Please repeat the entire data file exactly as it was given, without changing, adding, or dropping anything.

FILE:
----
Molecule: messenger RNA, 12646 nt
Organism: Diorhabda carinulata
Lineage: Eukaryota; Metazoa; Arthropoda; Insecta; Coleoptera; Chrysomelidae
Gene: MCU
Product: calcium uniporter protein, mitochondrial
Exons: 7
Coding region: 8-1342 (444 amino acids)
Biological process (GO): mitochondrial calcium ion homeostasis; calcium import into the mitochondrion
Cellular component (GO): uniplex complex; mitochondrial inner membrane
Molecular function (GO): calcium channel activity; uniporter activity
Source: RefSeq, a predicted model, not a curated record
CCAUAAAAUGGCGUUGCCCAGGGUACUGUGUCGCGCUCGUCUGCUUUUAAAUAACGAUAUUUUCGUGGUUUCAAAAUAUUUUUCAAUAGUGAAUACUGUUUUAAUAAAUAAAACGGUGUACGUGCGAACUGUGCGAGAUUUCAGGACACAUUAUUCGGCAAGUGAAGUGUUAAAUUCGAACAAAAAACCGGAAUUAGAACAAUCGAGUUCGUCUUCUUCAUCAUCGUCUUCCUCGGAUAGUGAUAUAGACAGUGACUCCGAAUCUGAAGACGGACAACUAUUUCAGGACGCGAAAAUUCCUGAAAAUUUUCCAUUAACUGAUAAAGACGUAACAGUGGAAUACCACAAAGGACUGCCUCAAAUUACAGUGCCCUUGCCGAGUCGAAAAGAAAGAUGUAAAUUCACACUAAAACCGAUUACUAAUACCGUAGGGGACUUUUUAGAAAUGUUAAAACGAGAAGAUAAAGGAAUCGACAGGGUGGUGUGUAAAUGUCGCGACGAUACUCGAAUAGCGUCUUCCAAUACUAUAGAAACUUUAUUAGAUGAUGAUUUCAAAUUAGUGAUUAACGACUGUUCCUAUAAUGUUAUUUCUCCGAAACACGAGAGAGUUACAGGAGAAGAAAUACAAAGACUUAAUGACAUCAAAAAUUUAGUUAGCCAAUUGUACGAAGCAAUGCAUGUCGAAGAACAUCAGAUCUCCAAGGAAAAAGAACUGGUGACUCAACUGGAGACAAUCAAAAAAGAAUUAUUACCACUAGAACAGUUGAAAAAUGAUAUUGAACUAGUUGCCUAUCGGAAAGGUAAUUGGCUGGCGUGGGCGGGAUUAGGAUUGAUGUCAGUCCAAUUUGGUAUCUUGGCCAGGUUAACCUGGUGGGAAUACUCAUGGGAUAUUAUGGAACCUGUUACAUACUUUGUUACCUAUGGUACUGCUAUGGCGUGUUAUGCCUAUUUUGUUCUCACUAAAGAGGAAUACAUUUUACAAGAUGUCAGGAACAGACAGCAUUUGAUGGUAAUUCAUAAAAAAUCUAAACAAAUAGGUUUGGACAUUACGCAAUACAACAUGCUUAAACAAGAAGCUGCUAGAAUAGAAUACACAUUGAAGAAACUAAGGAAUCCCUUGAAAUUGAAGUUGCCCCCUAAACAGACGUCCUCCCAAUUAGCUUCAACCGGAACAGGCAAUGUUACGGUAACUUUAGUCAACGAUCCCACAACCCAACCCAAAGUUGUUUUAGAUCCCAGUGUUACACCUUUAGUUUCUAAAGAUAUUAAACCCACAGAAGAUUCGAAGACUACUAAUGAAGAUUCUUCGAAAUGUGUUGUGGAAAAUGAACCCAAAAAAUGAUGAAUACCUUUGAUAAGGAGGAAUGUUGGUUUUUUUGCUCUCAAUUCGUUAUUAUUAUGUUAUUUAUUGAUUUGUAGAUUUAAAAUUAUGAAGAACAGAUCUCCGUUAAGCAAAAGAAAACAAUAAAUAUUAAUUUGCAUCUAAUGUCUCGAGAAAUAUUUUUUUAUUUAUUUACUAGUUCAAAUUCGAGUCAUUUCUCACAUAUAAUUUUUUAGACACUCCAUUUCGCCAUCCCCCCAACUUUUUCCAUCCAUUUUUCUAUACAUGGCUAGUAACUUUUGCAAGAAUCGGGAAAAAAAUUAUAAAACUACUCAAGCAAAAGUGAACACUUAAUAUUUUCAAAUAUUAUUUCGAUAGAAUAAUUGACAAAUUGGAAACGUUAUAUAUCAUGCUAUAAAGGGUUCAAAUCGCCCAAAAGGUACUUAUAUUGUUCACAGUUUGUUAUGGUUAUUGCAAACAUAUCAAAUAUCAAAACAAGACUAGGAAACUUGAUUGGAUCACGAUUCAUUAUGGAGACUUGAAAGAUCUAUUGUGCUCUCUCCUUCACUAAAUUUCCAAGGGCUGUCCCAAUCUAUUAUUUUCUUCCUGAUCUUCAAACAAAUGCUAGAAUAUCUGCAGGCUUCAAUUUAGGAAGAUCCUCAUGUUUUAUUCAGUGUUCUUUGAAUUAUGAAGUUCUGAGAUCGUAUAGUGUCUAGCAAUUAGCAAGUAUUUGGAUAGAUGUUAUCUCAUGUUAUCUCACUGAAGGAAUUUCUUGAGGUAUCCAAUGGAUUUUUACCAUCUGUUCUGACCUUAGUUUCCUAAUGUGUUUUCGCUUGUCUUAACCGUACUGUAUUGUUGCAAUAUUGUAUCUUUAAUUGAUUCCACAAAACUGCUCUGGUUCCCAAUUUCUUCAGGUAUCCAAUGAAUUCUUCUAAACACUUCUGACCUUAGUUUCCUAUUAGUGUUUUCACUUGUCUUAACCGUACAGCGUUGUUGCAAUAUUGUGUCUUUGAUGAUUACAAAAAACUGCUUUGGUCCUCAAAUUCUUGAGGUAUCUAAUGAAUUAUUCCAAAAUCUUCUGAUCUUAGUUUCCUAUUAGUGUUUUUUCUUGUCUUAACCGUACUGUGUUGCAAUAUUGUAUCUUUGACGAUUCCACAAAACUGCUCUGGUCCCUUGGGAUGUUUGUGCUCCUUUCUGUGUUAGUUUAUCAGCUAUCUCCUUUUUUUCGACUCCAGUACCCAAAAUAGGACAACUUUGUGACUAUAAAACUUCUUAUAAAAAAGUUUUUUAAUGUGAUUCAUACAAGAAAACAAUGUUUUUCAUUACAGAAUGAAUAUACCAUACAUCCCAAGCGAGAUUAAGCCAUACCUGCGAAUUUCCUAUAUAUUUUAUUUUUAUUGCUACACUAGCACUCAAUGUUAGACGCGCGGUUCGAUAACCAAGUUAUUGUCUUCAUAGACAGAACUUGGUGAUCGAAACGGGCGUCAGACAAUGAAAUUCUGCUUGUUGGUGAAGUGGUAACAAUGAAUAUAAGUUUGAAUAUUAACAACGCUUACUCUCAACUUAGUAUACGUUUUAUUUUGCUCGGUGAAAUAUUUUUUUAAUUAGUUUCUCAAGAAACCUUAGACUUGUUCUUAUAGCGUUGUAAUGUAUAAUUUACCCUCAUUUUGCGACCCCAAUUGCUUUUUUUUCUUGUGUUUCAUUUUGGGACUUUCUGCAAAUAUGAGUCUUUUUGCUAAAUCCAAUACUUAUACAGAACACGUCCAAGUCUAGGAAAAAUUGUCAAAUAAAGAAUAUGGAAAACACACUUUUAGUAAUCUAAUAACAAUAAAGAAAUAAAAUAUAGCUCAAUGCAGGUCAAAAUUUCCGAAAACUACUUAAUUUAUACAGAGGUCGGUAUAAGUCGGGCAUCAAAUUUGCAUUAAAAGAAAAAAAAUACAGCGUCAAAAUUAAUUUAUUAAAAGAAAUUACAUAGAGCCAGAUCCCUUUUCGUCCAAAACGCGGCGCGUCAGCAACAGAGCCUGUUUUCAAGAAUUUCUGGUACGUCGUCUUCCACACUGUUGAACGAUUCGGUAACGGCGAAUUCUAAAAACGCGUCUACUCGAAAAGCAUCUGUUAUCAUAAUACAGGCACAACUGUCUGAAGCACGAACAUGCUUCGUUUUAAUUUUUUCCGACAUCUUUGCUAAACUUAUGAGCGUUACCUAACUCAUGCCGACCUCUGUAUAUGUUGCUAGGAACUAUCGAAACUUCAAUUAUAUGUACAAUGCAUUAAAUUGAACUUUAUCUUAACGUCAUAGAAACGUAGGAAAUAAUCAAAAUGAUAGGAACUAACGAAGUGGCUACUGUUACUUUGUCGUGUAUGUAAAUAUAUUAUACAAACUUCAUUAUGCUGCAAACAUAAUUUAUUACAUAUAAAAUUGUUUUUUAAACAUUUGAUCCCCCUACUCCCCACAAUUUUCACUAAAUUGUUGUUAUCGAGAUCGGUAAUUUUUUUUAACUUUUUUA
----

Molecule: messenger RNA, 12646 nt
Organism: Diorhabda carinulata
Lineage: Eukaryota; Metazoa; Arthropoda; Insecta; Coleoptera; Chrysomelidae
Gene: MCU
Product: calcium uniporter protein, mitochondrial
Exons: 7
Coding region: 8-1342 (444 amino acids)
Biological process (GO): mitochondrial calcium ion homeostasis; calcium import into the mitochondrion
Cellular component (GO): uniplex complex; mitochondrial inner membrane
Molecular function (GO): calcium channel activity; uniporter activity
Source: RefSeq, a predicted model, not a curated record
CCAUAAAAUGGCGUUGCCCAGGGUACUGUGUCGCGCUCGUCUGCUUUUAAAUAACGAUAUUUUCGUGGUUUCAAAAUAUUUUUCAAUAGUGAAUACUGUUUUAAUAAAUAAAACGGUGUACGUGCGAACUGUGCGAGAUUUCAGGACACAUUAUUCGGCAAGUGAAGUGUUAAAUUCGAACAAAAAACCGGAAUUAGAACAAUCGAGUUCGUCUUCUUCAUCAUCGUCUUCCUCGGAUAGUGAUAUAGACAGUGACUCCGAAUCUGAAGACGGACAACUAUUUCAGGACGCGAAAAUUCCUGAAAAUUUUCCAUUAACUGAUAAAGACGUAACAGUGGAAUACCACAAAGGACUGCCUCAAAUUACAGUGCCCUUGCCGAGUCGAAAAGAAAGAUGUAAAUUCACACUAAAACCGAUUACUAAUACCGUAGGGGACUUUUUAGAAAUGUUAAAACGAGAAGAUAAAGGAAUCGACAGGGUGGUGUGUAAAUGUCGCGACGAUACUCGAAUAGCGUCUUCCAAUACUAUAGAAACUUUAUUAGAUGAUGAUUUCAAAUUAGUGAUUAACGACUGUUCCUAUAAUGUUAUUUCUCCGAAACACGAGAGAGUUACAGGAGAAGAAAUACAAAGACUUAAUGACAUCAAAAAUUUAGUUAGCCAAUUGUACGAAGCAAUGCAUGUCGAAGAACAUCAGAUCUCCAAGGAAAAAGAACUGGUGACUCAACUGGAGACAAUCAAAAAAGAAUUAUUACCACUAGAACAGUUGAAAAAUGAUAUUGAACUAGUUGCCUAUCGGAAAGGUAAUUGGCUGGCGUGGGCGGGAUUAGGAUUGAUGUCAGUCCAAUUUGGUAUCUUGGCCAGGUUAACCUGGUGGGAAUACUCAUGGGAUAUUAUGGAACCUGUUACAUACUUUGUUACCUAUGGUACUGCUAUGGCGUGUUAUGCCUAUUUUGUUCUCACUAAAGAGGAAUACAUUUUACAAGAUGUCAGGAACAGACAGCAUUUGAUGGUAAUUCAUAAAAAAUCUAAACAAAUAGGUUUGGACAUUACGCAAUACAACAUGCUUAAACAAGAAGCUGCUAGAAUAGAAUACACAUUGAAGAAACUAAGGAAUCCCUUGAAAUUGAAGUUGCCCCCUAAACAGACGUCCUCCCAAUUAGCUUCAACCGGAACAGGCAAUGUUACGGUAACUUUAGUCAACGAUCCCACAACCCAACCCAAAGUUGUUUUAGAUCCCAGUGUUACACCUUUAGUUUCUAAAGAUAUUAAACCCACAGAAGAUUCGAAGACUACUAAUGAAGAUUCUUCGAAAUGUGUUGUGGAAAAUGAACCCAAAAAAUGAUGAAUACCUUUGAUAAGGAGGAAUGUUGGUUUUUUUGCUCUCAAUUCGUUAUUAUUAUGUUAUUUAUUGAUUUGUAGAUUUAAAAUUAUGAAGAACAGAUCUCCGUUAAGCAAAAGAAAACAAUAAAUAUUAAUUUGCAUCUAAUGUCUCGAGAAAUAUUUUUUUAUUUAUUUACUAGUUCAAAUUCGAGUCAUUUCUCACAUAUAAUUUUUUAGACACUCCAUUUCGCCAUCCCCCCAACUUUUUCCAUCCAUUUUUCUAUACAUGGCUAGUAACUUUUGCAAGAAUCGGGAAAAAAAUUAUAAAACUACUCAAGCAAAAGUGAACACUUAAUAUUUUCAAAUAUUAUUUCGAUAGAAUAAUUGACAAAUUGGAAACGUUAUAUAUCAUGCUAUAAAGGGUUCAAAUCGCCCAAAAGGUACUUAUAUUGUUCACAGUUUGUUAUGGUUAUUGCAAACAUAUCAAAUAUCAAAACAAGACUAGGAAACUUGAUUGGAUCACGAUUCAUUAUGGAGACUUGAAAGAUCUAUUGUGCUCUCUCCUUCACUAAAUUUCCAAGGGCUGUCCCAAUCUAUUAUUUUCUUCCUGAUCUUCAAACAAAUGCUAGAAUAUCUGCAGGCUUCAAUUUAGGAAGAUCCUCAUGUUUUAUUCAGUGUUCUUUGAAUUAUGAAGUUCUGAGAUCGUAUAGUGUCUAGCAAUUAGCAAGUAUUUGGAUAGAUGUUAUCUCAUGUUAUCUCACUGAAGGAAUUUCUUGAGGUAUCCAAUGGAUUUUUACCAUCUGUUCUGACCUUAGUUUCCUAAUGUGUUUUCGCUUGUCUUAACCGUACUGUAUUGUUGCAAUAUUGUAUCUUUAAUUGAUUCCACAAAACUGCUCUGGUUCCCAAUUUCUUCAGGUAUCCAAUGAAUUCUUCUAAACACUUCUGACCUUAGUUUCCUAUUAGUGUUUUCACUUGUCUUAACCGUACAGCGUUGUUGCAAUAUUGUGUCUUUGAUGAUUACAAAAAACUGCUUUGGUCCUCAAAUUCUUGAGGUAUCUAAUGAAUUAUUCCAAAAUCUUCUGAUCUUAGUUUCCUAUUAGUGUUUUUUCUUGUCUUAACCGUACUGUGUUGCAAUAUUGUAUCUUUGACGAUUCCACAAAACUGCUCUGGUCCCUUGGGAUGUUUGUGCUCCUUUCUGUGUUAGUUUAUCAGCUAUCUCCUUUUUUUCGACUCCAGUACCCAAAAUAGGACAACUUUGUGACUAUAAAACUUCUUAUAAAAAAGUUUUUUAAUGUGAUUCAUACAAGAAAACAAUGUUUUUCAUUACAGAAUGAAUAUACCAUACAUCCCAAGCGAGAUUAAGCCAUACCUGCGAAUUUCCUAUAUAUUUUAUUUUUAUUGCUACACUAGCACUCAAUGUUAGACGCGCGGUUCGAUAACCAAGUUAUUGUCUUCAUAGACAGAACUUGGUGAUCGAAACGGGCGUCAGACAAUGAAAUUCUGCUUGUUGGUGAAGUGGUAACAAUGAAUAUAAGUUUGAAUAUUAACAACGCUUACUCUCAACUUAGUAUACGUUUUAUUUUGCUCGGUGAAAUAUUUUUUUAAUUAGUUUCUCAAGAAACCUUAGACUUGUUCUUAUAGCGUUGUAAUGUAUAAUUUACCCUCAUUUUGCGACCCCAAUUGCUUUUUUUUCUUGUGUUUCAUUUUGGGACUUUCUGCAAAUAUGAGUCUUUUUGCUAAAUCCAAUACUUAUACAGAACACGUCCAAGUCUAGGAAAAAUUGUCAAAUAAAGAAUAUGGAAAACACACUUUUAGUAAUCUAAUAACAAUAAAGAAAUAAAAUAUAGCUCAAUGCAGGUCAAAAUUUCCGAAAACUACUUAAUUUAUACAGAGGUCGGUAUAAGUCGGGCAUCAAAUUUGCAUUAAAAGAAAAAAAAUACAGCGUCAAAAUUAAUUUAUUAAAAGAAAUUACAUAGAGCCAGAUCCCUUUUCGUCCAAAACGCGGCGCGUCAGCAACAGAGCCUGUUUUCAAGAAUUUCUGGUACGUCGUCUUCCACACUGUUGAACGAUUCGGUAACGGCGAAUUCUAAAAACGCGUCUACUCGAAAAGCAUCUGUUAUCAUAAUACAGGCACAACUGUCUGAAGCACGAACAUGCUUCGUUUUAAUUUUUUCCGACAUCUUUGCUAAACUUAUGAGCGUUACCUAACUCAUGCCGACCUCUGUAUAUGUUGCUAGGAACUAUCGAAACUUCAAUUAUAUGUACAAUGCAUUAAAUUGAACUUUAUCUUAACGUCAUAGAAACGUAGGAAAUAAUCAAAAUGAUAGGAACUAACGAAGUGGCUACUGUUACUUUGUCGUGUAUGUAAAUAUAUUAUACAAACUUCAUUAUGCUGCAAACAUAAUUUAUUACAUAUAAAAUUGUUUUUUAAACAUUUGAUCCCCCUACUCCCCACAAUUUUCACUAAAUUGUUGUUAUCGAGAUCGGUAAUUUUUUUUAACUUUUUUA